"It was developed to intercept music, photos, video, programs and other content that other users download from the Internet -- no military data or other commercial data, only free legal content..."

Of COURSE it is used only for good, Russian software developer who wrote a program that sniffs other people's internet connections and archives 'interesting' portions of that data...
posted by AzraelBrown at 9:49 AM on December 17, 2009 [1 favorite]


'Course if there is a weakness in that perimeter then regular aerial surveillance of the base would be useful in ferreting it out.

It's not like the drones are doing detailed flyovers of US bases. I'm not an expert, but that angle of this story is a non-starter. US bases, strips, FOBs, and other stations are for the most part known commodities in Iraq. Insurgents go after patrols and other targets of opportunity rather than frontal attacks on bases.
posted by Burhanistan at 9:52 AM on December 17, 2009


Interestingly the article talks about "stolen" and "pirated" (instead of just "intercepted") video. I guess that means the next step is to sic the RIAA/MPAA on them.

Perhaps it would be more effective. Laywers can always find you.
posted by Ironmouth at 9:53 AM on December 17, 2009 [2 favorites]


But, I think it comes into the newly arisen category of warfare that can be termed "chickenshit asymmetry". It's only fitting that "insurgents" should find low cost ways of defeating these things.

Give it a couple years. Geeks are already building their own UAV planes and copters for cheap with off-the-shelf parts. Once the people we're fighting realize they don't need to strap a bomb to someone's chest, they can just tape it to a $250 RC plane and use their iPod to fly it into a military base or crowded market, game over. Or do strafing runs with a quadcopter

Just like in other human endeavors, the computing revolution is very rapidly driving down the cost and difficulty of killing lots of people. That is not a trend that favors governments over the people they want to oppress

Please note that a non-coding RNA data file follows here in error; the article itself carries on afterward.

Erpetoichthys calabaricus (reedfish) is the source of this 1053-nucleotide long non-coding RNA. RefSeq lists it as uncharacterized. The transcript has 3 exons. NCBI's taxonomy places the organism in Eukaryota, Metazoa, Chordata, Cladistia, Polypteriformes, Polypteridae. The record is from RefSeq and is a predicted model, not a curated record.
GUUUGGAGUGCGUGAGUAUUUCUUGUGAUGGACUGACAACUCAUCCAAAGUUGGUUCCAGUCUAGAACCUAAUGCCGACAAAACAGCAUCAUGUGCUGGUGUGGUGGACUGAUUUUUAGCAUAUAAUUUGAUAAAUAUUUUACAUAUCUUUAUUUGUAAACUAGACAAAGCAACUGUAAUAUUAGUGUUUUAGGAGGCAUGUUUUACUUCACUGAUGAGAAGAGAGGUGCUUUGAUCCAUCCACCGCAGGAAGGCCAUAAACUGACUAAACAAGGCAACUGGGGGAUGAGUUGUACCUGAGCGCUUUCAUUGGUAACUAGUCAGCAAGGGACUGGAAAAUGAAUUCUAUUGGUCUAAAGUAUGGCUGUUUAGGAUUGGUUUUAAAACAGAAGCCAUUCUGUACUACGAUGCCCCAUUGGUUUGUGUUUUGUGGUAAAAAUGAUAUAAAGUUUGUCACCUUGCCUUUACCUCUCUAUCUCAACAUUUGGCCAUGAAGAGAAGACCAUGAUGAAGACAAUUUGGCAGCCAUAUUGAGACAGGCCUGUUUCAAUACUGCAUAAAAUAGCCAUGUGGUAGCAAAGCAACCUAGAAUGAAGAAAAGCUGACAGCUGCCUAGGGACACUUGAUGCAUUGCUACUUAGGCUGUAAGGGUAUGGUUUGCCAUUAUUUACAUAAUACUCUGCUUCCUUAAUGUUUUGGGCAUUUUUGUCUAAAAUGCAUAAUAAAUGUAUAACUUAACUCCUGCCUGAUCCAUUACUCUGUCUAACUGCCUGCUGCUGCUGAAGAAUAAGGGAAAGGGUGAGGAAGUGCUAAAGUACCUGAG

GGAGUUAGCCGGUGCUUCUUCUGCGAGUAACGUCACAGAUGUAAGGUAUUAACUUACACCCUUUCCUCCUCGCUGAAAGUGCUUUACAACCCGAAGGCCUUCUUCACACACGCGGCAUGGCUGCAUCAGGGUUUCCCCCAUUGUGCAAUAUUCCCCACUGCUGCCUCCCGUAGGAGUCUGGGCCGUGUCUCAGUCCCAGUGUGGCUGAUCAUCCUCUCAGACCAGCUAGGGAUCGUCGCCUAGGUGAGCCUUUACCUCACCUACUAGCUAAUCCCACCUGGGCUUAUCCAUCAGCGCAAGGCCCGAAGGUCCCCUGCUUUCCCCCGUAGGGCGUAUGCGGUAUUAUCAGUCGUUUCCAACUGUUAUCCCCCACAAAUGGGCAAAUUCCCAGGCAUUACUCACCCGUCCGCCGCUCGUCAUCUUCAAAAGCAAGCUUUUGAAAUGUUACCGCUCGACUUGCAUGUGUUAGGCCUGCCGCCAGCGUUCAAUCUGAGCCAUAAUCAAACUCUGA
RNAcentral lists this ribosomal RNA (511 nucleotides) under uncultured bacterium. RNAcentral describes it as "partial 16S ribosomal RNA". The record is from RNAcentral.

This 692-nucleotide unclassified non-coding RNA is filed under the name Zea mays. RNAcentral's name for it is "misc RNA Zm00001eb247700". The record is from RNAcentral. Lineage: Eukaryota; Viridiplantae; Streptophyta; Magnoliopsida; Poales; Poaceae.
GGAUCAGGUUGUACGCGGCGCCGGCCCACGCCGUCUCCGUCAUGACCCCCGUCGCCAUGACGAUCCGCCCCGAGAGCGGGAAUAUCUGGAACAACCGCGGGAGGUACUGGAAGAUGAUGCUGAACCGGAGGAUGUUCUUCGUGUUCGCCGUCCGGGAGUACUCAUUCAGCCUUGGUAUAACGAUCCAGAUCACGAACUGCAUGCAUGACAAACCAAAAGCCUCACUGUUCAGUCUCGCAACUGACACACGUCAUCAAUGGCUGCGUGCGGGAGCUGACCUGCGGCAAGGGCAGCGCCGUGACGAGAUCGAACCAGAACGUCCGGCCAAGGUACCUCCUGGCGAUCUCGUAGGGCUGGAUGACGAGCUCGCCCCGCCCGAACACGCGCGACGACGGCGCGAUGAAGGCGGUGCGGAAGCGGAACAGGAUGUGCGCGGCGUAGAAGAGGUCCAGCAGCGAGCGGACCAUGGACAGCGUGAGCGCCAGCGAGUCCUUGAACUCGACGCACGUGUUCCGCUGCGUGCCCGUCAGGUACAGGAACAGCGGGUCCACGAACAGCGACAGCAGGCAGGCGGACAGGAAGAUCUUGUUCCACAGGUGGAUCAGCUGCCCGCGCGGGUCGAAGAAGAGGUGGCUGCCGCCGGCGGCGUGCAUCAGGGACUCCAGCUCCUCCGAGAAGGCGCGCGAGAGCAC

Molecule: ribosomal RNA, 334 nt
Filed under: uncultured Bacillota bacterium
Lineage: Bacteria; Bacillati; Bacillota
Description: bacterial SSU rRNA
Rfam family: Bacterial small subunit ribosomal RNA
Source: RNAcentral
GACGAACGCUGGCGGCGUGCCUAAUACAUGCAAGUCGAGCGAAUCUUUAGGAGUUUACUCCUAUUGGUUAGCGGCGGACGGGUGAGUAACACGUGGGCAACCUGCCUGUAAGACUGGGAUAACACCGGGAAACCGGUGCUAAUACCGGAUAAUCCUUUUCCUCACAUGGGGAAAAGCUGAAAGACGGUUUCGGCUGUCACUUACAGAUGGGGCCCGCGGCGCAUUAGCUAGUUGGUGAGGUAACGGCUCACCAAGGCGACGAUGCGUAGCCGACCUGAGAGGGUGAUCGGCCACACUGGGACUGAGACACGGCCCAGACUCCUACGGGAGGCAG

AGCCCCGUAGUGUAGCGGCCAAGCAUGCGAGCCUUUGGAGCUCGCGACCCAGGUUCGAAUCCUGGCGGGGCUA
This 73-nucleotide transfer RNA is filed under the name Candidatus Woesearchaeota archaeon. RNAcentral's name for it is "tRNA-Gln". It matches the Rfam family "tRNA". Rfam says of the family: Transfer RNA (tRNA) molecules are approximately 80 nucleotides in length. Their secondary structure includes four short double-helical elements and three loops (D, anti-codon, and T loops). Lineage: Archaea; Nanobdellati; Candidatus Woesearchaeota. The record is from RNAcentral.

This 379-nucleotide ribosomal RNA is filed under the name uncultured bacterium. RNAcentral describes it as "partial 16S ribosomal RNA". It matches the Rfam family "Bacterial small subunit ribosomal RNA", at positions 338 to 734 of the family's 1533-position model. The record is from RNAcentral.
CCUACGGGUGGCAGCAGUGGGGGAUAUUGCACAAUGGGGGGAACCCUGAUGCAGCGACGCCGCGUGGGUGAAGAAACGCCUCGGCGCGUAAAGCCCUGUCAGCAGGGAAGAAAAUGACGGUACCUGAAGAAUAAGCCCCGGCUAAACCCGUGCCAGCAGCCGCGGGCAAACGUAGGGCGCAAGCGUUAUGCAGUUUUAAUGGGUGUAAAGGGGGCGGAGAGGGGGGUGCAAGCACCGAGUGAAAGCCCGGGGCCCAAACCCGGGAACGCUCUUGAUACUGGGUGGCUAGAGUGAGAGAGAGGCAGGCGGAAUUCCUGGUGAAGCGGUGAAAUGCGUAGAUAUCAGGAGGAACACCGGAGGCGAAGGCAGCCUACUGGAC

posted by crayz at 9:54 AM on December 17, 2009 [7 favorites]


Give it a couple years. Geeks are already building their own UAV planes and copters for cheap with off-the-shelf parts. Once the people we're fighting realize they don't need to strap a bomb to someone's chest, they can just tape it to a $250 RC plane and use their iPod to fly it into a military base or crowded market, game over. Or do strafing runs with a quadcopter

Yeah, I've been dreading this, actually. It will be a brave new world soon enough. I think you'll see the US deploy some kind of hardened craft that can generate localized EMP bursts to knock homebrew robots out of service. It will be a rapidly evolving cat-and-mouse game that will see lots of bystanders get slaughtered.
posted by Burhanistan at 9:59 AM on December 17, 2009


What I find baffling is the completely nonplussed attitude of those asked to comment.
"There's a balance between pragmatics and sophistication," said Mike Wynne, Air Force Secretary from 2005 to 2008.
I don't disagree, but when you transmit information like this completely unencrypted, it's what some of us call an imbalance. Also, what the fuck is going on here?:
A senior defense official said that James Clapper, the Pentagon's intelligence chief, assessed the Iraq intercepts at the direction of Defense Secretary Robert Gates and concluded they represented a shortcoming to the security of the drone network.

"There did appear to be a vulnerability," the defense official said. "There's been no harm done to troops or missions compromised as a result of it, but there's an issue that we can take care of and we're doing so."
How the hell can he make a statement like that with any degree of certainty? I'm loath to indulge in armchair military strategy, but I think it's a safe bet that insurgents aren't going to the trouble of capturing this footage in order to make a home video of 'Mahdi Army Martyrs'.
posted by jaffacakerhubarb at 10:03 AM on December 17, 2009


From the article: The difficulty, officials said, is that adding encryption to a network that is more than a decade old involves more than placing a new piece of equipment on individual drones. Instead, many components of the network linking the drones to their operators in the U.S., Afghanistan or Pakistan have to be upgraded to handle the changes. ... Today, the Air Force is buying hundreds of Reaper drones, a newer model, whose video feeds could be intercepted in much the same way.

I love how the same people who yell loudest about government bureaucratic inefficiency are the biggest supporters of the military. No contradiction there, no SIR.